Forward Hops, esp. seat out

I could use some pointers on forward hops, especially with the seat out in
front. I can only gap about three feet, which is not even enough to gap from one
railroad track to the other.

I’m especially interested in: When you are about to pounce, should the wheel
remain stationary or should it roll into it right before liftoff?

Any techniques of getting enough torque to keep the wheel from shooting out
behind you as you lean into it?

Chris Reeder reed8990@uidaho.edu

Re: Forward Hops, esp. seat out

Chris,

> I’m especially interested in: When you are about to pounce, should the wheel
> remain stationary or should it roll into it right before liftoff?
>
In my opinion, I think it’s best to think of gaps (and other hops), as a
stillstand followed by a very quick spring (not a deep-knee-bending jump). For
gaps, imagine that you are on an object (say a box) and want to gap to another
box. You hop up to the edge of the box and orient yourself diagonally to where
you are going (around 45 degrees). Get into a brief stillstand (longer makes it
easier to think about it but short is OK too), and start falling towards your
goal. When you are leaning the appropriate amount, spring towards the object.
The challenge here is to learn by trial and error the correct amount of lean
before you spring (it’s usually not that much). With practice it should be
possible to land in a stillstand on the other side.

> Any techniques of getting enough torque to keep the wheel from shooting out
> behind you as you lean into it?

The diagonal orientation minimizes both tire foldover as you spring (although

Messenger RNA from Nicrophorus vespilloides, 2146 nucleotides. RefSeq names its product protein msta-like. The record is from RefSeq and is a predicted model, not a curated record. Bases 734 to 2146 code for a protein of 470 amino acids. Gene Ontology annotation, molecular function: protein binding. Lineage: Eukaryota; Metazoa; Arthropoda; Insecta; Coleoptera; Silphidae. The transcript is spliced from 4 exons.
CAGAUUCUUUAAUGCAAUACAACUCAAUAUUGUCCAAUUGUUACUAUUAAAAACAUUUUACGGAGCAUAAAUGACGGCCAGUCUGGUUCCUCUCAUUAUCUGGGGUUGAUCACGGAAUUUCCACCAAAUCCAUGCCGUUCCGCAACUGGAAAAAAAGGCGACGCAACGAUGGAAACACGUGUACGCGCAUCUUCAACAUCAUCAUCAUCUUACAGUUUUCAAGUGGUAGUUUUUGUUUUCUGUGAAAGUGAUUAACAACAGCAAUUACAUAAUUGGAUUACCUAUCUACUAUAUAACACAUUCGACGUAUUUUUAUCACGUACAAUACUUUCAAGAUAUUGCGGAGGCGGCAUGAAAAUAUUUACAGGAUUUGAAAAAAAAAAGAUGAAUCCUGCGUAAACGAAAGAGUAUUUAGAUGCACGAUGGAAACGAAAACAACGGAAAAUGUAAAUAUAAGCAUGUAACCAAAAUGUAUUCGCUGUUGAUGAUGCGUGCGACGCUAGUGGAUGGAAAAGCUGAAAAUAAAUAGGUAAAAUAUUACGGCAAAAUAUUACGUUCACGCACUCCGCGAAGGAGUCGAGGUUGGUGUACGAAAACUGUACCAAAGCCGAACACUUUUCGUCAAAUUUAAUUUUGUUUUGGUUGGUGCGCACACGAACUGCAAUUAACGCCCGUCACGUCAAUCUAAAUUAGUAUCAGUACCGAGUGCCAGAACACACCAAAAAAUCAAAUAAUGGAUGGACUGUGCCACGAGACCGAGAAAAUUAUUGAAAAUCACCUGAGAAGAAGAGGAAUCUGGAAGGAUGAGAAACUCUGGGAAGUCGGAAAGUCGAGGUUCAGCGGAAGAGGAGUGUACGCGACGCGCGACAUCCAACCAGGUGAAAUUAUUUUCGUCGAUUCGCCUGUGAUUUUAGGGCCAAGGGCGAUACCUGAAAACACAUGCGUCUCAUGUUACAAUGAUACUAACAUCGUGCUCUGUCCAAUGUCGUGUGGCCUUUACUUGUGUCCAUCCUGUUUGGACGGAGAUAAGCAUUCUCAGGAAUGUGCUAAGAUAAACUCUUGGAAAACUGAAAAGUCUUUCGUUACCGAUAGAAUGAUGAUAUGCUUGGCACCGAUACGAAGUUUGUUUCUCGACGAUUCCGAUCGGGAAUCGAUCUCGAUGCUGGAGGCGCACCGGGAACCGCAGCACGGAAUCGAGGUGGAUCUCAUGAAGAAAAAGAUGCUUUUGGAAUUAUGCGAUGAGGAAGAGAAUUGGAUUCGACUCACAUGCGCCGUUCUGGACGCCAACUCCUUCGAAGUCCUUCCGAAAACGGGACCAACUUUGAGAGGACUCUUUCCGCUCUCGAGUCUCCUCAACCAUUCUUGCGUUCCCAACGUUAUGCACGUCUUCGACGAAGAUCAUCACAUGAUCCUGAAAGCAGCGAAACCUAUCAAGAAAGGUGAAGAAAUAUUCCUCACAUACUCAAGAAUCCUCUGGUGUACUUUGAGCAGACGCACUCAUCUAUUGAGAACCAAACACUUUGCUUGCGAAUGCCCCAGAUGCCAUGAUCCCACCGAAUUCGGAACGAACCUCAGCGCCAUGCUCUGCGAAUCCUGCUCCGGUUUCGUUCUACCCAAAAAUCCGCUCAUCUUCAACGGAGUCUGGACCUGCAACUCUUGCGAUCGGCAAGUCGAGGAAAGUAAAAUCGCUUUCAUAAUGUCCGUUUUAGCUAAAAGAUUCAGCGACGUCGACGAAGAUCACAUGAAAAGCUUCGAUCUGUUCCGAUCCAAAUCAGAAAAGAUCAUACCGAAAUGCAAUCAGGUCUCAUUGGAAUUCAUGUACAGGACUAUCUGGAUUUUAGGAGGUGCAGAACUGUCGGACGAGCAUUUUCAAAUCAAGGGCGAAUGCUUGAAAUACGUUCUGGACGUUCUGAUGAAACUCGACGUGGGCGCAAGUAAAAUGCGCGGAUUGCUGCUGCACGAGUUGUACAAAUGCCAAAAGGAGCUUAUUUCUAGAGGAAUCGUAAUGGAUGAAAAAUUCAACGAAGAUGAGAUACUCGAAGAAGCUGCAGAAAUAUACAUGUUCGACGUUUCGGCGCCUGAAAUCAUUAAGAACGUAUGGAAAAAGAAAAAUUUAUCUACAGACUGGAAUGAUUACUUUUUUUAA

this can be fixed just by pumping the tire up more), and also prevents the wheel
from shooting backwards as you hop. A bit more pressure is focused on the front
foot- I find that if I think about springing off the front foot, the back foot
follows suit with an appropriate amount of pressure.

The above technique works if you are gapping onto something fairly big, or if
you are going for something narower like a railway track but intend to keep
going off the other side. It also is the most forgiving position if you are
hopping onto something narrow, and gapping from there to somewhere else. If you
are gapping, say, to a railing and wish to start riding along it, it’s necessary
to spring with a body (and wheel) orientation that’s somewhat more parallel to
the railing.

The video clip at <biketrials.com> (Under “store” on the left bar, click on
Universe, and then “…going
psycho”) has an OK clip of this.

Cheers,

Kris.

pps maybe this could be posted somewhere?

> –
> Chris Reeder reed8990@uidaho.edu


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